Please introduce yourself, who are you and what do you do?
My name is Matt Weaver. I live in the Pacific Northwest (USA) with my wife and son where I work as a formulations chemist. I received my B.S. and Ph.D. in chemistry from the University of California, Davis.
What first inspired you to start writing?
I’ve been an avid reader for as long as I can remember; while all the other kids were out playing sports I was wrapped up in a book. The magic powers of an author to transport you to another time or place must have been the inspiration.
And what was your first story?
Until I began working on what became my first novel, my writing was limited to poetry.
Are you a planner? Or do you prefer to dive straight into writing?
A little of both, and an adept at neither! My first draft of The Lightness of Dust was the result of “diving in” and strayed so far from my original vision that I had to start over. I soon learned to do a basic outline, then add specific scenes to the outline, and finally flesh the story out.
If you could work with any author, who would it be?
Ray Bradbury. The imagery trapped in his writing blows me away. Something Wicked This Way Comes…wow. I would have loved to see what he could have done with my story!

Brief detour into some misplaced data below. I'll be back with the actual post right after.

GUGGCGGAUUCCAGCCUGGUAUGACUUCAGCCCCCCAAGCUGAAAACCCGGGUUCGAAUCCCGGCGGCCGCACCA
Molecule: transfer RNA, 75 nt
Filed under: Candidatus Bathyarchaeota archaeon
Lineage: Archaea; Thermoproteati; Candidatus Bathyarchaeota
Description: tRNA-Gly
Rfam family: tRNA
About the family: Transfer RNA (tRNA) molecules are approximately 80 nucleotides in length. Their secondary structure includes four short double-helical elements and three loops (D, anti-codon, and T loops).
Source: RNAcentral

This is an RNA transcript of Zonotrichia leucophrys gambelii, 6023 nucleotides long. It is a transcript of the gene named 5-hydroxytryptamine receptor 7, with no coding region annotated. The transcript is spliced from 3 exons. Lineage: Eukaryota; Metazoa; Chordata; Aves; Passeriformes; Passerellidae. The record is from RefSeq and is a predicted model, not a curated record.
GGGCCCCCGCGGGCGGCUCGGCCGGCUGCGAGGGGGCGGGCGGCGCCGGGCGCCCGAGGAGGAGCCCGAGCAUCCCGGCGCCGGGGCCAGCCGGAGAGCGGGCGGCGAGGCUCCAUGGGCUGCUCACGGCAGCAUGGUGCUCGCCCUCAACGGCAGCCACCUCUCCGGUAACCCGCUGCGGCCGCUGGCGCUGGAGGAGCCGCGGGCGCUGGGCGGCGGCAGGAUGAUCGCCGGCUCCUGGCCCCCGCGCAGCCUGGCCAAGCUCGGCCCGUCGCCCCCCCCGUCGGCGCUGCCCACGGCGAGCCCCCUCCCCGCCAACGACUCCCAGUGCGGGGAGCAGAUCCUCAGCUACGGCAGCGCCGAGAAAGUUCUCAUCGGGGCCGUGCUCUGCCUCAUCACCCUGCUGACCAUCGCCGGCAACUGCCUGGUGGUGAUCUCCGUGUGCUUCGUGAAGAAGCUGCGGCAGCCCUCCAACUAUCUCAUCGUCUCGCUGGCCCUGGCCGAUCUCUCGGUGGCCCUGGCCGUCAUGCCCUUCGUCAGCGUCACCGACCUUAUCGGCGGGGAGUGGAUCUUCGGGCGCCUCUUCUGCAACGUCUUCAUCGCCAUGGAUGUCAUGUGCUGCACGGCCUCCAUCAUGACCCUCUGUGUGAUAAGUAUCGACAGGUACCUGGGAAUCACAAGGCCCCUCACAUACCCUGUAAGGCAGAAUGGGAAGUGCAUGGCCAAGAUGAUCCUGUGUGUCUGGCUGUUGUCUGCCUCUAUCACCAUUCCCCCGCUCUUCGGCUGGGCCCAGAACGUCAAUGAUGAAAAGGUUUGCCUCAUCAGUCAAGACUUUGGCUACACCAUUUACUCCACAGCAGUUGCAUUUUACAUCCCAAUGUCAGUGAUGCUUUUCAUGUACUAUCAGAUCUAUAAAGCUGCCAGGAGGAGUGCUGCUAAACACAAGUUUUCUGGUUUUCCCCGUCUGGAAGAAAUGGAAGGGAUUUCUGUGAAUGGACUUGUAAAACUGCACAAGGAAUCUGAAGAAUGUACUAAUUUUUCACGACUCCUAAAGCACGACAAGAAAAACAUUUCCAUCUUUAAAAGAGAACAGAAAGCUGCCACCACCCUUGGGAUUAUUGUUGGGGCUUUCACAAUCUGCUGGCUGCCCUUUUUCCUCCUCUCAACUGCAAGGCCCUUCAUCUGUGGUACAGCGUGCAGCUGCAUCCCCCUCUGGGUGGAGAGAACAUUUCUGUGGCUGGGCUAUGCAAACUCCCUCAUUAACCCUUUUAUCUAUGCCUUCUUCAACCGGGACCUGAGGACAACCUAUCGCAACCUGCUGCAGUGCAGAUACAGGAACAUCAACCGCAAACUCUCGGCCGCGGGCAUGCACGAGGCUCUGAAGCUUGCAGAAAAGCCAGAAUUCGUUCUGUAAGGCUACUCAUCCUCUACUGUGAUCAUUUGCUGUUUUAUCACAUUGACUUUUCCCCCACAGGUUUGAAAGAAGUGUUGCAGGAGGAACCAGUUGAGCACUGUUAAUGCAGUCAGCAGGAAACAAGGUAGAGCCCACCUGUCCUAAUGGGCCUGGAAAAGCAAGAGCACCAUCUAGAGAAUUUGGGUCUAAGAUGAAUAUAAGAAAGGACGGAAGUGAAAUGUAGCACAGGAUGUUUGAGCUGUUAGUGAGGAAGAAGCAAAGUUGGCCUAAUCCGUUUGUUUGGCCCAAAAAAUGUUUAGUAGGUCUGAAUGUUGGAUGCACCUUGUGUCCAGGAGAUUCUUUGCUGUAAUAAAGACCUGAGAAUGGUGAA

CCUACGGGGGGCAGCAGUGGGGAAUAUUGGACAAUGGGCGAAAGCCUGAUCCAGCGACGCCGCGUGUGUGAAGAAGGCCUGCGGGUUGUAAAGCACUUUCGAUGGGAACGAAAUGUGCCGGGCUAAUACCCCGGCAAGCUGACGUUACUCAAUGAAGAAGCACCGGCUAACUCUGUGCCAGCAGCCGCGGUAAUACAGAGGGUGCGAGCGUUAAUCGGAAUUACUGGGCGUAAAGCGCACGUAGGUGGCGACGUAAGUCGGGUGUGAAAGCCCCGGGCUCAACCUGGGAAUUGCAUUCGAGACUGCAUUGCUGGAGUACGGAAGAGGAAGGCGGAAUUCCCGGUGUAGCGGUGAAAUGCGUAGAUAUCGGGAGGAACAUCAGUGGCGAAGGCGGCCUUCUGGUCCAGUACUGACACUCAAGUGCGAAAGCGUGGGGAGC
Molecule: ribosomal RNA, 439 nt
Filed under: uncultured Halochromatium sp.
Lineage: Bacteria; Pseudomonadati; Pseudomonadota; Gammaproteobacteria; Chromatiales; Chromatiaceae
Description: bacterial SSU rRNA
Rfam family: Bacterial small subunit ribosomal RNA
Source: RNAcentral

What do you enjoy most about writing?
My favorite part must be the challenge of finding the compromise between my original vision and the path the story itself insists on.
And the least?
Not having taken typing in high school. Of course, back then we didn’t know that the PC would transform the world as it has. But I’m pretty good for using only four fingers!
What advice would you give new and aspiring authors?
Trust your vision, but trust the whispers in your ears more. That’s the sound of the story guiding you.
What are you working on at the moment?
I am starting two blogs on my website and working on the second volume of The Meronymy (of which The Lightness of Dust is the first).
Tell us about your latest work and how we can find out more.
My latest (and first!) work is The Lightness of Dust, a novel that explores the impact of a young woman’s search for belonging through the lives of Telamon, an ancient Anatolian fisherman who risks everything to take her from her cruel father; Samuel Freeman, caretaker of the Persephone Music Hall in 1940 Seattle, who finds his religion in the music of a beautiful violinist; and Jacob Morgan, a university professor in modern-day Northern California, whose life is thrown into chaos by an eager graduate student.
Perhaps the best way to describe it is by sharing the back-cover text:
“We mortals take solace in knowing that our cares will someday scatter with the dust of our bones. For the gods who walk among us no such hope exists…especially for the goddess who must witness our deaths.”
Find out more at http://www.lunarisen.com/the-meronymy/
Thanks to Matt for sharing his time with us, on Monday Eric Dulan takes his place in the hot seat.